What is the difference if I'm using bitcoins that were given me by somebody I sold product to, or by some mixing bitcoin service?

After all, aren't I using those bitcoin at the same place and ordering what I want with the same name and address?


Bitcoin transactions are traceable, public and are recorded permanently. Although, there are some ways to minimize that, by not reusing addresses and have multiple wallets for different purposes. But even that is not foolproof because there are analysis services that can group addresses through data crunching.

Now imagine you get coins from someone that got them from someone, etc. Nothing wrong with that right? Unless, those coins are part of a bunch that were hacked from an exchange or traced back to a payment for some illegal activity. And some exchanges start blacklisting them.

A mixing service tries to remove that linkability/traceability.

IMO you would be better off just using a crypto currency with unlinkability and untraceability built into the protocol in way of a mixer.

  • To expand on this, it is possible that markets may form that trade those bitcoins with "bad history" at a discount. Thus, different bitcoins could have different value, based on their origin. There was already a company buying directly from miners (and thus clean history) and selling them at a premium to the normal bitcoin rate. From there, it becomes difficult consider bitcoin to be a currency, as it behaves more like a non fungible barter token (ie, I sell you this item for 4 oxen, but not this ox here, it looks anemic). The point of currencym fungibility, is lost with the ability to trace. – user36303 Jun 21 '16 at 12:28
  • For the record, US dollars aren't 100% fungible either. Anyone who has ever tried to put a crumpled bill in a vending machine knows this firsthand. In the financial world, underwriters for FHA loans look into where down payment money comes from, and will reject money from certain sources (for example, financial aid). – Jestin Jun 21 '16 at 14:30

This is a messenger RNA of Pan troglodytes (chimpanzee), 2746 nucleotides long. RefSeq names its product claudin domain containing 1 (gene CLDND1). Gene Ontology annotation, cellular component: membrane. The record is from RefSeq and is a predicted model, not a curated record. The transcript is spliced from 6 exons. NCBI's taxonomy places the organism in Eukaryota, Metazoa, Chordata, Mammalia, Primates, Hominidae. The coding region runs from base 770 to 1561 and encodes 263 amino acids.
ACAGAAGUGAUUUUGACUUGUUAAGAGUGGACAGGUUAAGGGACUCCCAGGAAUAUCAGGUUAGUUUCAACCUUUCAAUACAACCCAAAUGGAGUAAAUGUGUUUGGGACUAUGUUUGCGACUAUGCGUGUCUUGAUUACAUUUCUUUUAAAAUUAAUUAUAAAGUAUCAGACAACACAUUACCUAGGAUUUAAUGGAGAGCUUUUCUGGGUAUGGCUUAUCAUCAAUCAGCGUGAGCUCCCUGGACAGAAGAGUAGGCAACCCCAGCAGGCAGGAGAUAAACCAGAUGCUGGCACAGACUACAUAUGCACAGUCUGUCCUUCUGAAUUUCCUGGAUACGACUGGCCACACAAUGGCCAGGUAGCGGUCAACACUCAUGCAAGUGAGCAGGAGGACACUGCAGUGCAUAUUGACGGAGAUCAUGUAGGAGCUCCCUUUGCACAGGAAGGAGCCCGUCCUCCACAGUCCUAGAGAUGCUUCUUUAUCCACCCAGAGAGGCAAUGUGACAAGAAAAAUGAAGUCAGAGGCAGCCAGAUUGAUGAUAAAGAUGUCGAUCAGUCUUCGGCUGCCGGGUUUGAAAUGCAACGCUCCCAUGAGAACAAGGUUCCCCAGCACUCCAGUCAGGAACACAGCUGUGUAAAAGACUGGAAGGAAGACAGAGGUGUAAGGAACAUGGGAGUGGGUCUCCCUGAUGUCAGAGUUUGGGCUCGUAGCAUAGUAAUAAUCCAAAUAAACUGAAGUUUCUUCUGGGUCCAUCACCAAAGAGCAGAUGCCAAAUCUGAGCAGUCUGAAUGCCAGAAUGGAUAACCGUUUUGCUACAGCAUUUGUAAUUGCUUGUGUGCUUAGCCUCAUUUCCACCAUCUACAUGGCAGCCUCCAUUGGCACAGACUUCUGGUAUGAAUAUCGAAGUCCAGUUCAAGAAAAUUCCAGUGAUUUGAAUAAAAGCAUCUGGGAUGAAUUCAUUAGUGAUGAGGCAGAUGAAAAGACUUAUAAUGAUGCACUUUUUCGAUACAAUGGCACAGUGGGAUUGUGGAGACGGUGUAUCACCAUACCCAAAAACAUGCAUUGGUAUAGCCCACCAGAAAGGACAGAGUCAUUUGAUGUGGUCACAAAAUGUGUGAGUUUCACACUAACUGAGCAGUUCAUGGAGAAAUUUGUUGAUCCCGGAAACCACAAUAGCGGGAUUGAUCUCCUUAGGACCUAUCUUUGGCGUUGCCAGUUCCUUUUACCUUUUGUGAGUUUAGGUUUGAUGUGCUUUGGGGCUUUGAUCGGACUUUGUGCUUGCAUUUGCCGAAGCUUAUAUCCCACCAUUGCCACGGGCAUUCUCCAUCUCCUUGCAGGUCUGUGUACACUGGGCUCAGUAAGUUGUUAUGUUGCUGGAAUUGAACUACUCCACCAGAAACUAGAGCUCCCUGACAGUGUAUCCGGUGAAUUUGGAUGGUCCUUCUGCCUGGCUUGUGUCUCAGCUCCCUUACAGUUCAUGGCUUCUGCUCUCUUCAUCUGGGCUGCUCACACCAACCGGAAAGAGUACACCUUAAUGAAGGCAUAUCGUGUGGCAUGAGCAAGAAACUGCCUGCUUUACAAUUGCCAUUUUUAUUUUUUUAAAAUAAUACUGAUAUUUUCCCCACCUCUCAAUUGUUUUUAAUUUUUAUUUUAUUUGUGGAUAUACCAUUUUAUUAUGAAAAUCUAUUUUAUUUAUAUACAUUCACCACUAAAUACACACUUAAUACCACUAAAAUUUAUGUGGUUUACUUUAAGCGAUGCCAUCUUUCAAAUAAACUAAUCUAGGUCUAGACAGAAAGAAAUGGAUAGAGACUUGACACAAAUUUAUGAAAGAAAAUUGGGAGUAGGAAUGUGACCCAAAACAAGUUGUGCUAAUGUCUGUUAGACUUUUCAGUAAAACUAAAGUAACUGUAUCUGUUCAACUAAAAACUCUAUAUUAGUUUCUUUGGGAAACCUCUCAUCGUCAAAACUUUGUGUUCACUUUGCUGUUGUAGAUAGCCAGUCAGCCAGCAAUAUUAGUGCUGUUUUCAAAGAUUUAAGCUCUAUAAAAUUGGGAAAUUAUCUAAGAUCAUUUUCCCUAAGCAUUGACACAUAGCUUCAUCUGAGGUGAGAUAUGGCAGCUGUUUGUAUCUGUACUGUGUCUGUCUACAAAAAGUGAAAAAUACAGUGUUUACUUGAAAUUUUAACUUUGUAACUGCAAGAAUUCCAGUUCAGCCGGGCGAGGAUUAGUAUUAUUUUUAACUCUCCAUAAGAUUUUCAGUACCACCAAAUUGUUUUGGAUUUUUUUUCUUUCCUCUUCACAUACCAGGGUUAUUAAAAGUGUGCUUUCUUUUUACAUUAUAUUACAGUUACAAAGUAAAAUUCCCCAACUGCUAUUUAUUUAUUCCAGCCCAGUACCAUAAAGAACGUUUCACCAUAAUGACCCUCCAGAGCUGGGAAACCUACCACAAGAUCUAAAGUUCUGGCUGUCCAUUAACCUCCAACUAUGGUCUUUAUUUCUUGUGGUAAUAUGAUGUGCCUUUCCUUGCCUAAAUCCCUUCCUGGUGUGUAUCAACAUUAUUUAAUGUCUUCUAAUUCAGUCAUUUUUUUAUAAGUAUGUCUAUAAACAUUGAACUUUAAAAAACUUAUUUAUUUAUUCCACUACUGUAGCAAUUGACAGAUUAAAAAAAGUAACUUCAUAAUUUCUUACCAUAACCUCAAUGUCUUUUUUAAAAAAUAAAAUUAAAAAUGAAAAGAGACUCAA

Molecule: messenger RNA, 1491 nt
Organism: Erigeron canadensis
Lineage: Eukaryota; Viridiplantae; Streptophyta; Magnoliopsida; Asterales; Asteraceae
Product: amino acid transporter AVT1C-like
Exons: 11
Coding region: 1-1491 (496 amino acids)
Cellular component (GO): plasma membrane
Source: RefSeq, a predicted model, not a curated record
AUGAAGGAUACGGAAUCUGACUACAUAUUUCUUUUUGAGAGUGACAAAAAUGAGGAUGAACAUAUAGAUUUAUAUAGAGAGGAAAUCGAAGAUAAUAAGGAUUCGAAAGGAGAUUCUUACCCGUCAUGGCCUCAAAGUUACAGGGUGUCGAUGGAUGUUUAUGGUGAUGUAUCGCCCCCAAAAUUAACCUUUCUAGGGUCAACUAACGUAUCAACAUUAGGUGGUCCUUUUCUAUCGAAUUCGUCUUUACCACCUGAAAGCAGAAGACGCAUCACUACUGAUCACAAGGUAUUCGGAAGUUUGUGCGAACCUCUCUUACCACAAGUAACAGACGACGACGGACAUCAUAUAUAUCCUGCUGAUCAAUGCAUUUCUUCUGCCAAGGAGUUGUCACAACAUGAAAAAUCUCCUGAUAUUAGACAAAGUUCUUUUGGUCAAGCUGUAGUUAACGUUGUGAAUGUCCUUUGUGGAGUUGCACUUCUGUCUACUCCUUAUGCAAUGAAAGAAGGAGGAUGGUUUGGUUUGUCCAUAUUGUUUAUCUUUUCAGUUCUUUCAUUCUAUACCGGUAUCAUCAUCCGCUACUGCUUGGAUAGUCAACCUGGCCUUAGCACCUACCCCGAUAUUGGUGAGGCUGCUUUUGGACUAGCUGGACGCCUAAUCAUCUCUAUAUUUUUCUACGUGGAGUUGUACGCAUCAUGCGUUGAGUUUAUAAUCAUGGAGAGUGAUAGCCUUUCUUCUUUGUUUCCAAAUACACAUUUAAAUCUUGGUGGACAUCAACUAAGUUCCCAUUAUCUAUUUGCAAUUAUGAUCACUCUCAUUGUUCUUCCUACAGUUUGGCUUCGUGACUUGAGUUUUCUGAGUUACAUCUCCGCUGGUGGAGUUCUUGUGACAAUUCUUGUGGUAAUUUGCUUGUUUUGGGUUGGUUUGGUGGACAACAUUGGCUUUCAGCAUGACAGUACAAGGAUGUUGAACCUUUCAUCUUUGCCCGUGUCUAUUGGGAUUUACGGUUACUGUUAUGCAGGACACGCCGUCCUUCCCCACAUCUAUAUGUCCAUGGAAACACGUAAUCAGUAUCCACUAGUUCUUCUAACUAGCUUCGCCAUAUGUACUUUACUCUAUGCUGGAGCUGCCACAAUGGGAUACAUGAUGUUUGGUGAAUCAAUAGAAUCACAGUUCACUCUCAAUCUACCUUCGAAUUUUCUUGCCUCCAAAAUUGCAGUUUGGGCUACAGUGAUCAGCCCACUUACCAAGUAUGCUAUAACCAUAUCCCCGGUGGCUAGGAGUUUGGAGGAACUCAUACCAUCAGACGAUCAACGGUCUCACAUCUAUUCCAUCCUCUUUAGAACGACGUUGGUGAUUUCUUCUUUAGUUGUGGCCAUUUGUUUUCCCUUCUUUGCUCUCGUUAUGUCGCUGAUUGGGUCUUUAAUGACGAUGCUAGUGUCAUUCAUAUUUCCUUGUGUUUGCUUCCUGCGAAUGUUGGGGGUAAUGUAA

• @Jestin: and for that matter, if you deposit a large sum in bills whose serial numbers match a bank heist, then your bank will revert the deposit and send people with badges in your direction. But this tends to be all-or-nothing: the nominal value of your crumpled bill holds, you can get that value at a bank, and there's no legitimate market paying some cents on the dollar for crumpled bills unless you count people who charge for the service of transporting your cash take to the bank and depositing it on your behalf. There are of course criminal money-launderers. – Steve Jessop Jun 21 '16 at 15:24
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    Saying one would be better off using a different currency is irrelevant to the question, and not likely to be useful advice anyway since more often than not the market dictates the currency that must be used. – Carey Gregory Jun 21 '16 at 15:34
  • @Carey, I agree. That's my only real misgiving with this answer. It feels both irrelevant and like poor advice. – Jestin Jun 21 '16 at 15:36

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